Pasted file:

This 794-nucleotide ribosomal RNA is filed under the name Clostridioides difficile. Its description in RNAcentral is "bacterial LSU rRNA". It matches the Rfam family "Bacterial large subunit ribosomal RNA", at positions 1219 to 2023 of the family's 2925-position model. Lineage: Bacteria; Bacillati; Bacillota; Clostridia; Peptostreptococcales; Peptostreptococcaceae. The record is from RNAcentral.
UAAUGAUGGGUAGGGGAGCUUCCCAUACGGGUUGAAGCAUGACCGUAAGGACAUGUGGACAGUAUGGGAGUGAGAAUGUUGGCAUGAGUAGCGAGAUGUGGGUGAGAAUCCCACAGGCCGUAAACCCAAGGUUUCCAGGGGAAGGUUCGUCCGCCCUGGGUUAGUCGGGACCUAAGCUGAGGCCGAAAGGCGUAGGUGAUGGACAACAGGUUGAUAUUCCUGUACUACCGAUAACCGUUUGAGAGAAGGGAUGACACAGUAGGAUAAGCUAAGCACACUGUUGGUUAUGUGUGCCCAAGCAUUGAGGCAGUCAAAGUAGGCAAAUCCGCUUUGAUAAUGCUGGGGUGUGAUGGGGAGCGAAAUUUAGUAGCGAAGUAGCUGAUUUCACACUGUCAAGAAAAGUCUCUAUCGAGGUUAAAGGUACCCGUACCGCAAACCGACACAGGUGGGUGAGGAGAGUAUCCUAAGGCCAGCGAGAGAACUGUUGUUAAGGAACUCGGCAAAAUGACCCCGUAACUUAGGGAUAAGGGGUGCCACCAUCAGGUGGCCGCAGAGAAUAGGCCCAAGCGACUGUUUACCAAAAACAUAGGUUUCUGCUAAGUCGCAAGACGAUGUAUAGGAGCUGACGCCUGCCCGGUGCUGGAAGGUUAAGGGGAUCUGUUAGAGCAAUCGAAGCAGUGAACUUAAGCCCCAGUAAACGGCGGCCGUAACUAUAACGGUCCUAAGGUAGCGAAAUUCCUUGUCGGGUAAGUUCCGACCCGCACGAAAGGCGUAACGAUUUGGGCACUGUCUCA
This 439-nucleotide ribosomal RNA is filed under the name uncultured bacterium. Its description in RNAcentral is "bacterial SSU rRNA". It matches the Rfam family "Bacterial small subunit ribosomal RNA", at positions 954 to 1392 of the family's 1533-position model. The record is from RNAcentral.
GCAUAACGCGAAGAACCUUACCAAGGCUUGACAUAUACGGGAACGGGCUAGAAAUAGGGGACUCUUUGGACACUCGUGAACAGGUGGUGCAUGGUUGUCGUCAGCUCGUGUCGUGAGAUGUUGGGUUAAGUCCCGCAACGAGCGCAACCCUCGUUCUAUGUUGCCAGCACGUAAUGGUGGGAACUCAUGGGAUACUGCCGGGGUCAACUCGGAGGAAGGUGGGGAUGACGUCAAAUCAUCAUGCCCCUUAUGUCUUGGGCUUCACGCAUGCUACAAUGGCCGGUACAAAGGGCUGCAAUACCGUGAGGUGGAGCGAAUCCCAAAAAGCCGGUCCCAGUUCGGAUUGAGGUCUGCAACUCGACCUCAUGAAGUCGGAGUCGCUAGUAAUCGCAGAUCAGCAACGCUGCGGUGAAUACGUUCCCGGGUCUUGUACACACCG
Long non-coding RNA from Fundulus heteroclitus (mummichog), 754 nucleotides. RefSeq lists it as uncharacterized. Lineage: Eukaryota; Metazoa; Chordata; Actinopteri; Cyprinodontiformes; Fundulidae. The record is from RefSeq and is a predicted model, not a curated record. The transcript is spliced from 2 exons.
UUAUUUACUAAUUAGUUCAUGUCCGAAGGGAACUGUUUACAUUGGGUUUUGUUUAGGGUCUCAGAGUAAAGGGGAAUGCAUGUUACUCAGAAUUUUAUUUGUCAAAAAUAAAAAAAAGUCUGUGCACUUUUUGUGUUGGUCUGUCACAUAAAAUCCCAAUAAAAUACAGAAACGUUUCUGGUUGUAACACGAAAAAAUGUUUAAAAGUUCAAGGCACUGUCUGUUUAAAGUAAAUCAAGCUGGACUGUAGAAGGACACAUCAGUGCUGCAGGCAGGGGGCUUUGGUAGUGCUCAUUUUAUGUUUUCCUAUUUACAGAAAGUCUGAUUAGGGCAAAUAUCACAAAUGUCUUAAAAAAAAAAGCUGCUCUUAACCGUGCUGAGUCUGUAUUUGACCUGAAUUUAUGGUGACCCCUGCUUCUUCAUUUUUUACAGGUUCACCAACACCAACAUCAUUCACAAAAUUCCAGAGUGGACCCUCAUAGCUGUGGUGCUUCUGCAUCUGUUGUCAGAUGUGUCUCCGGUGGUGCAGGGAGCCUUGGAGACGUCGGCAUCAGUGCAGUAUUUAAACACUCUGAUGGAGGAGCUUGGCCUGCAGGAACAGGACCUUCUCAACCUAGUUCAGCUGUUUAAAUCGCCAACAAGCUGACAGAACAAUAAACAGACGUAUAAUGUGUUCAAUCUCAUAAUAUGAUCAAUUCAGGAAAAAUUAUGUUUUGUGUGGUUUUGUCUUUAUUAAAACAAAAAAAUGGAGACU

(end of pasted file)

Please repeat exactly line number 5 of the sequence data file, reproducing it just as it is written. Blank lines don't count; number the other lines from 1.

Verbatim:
Long non-coding RNA from Fundulus heteroclitus (mummichog), 754 nucleotides. RefSeq lists it as uncharacterized. Lineage: Eukaryota; Metazoa; Chordata; Actinopteri; Cyprinodontiformes; Fundulidae. The record is from RefSeq and is a predicted model, not a curated record. The transcript is spliced from 2 exons.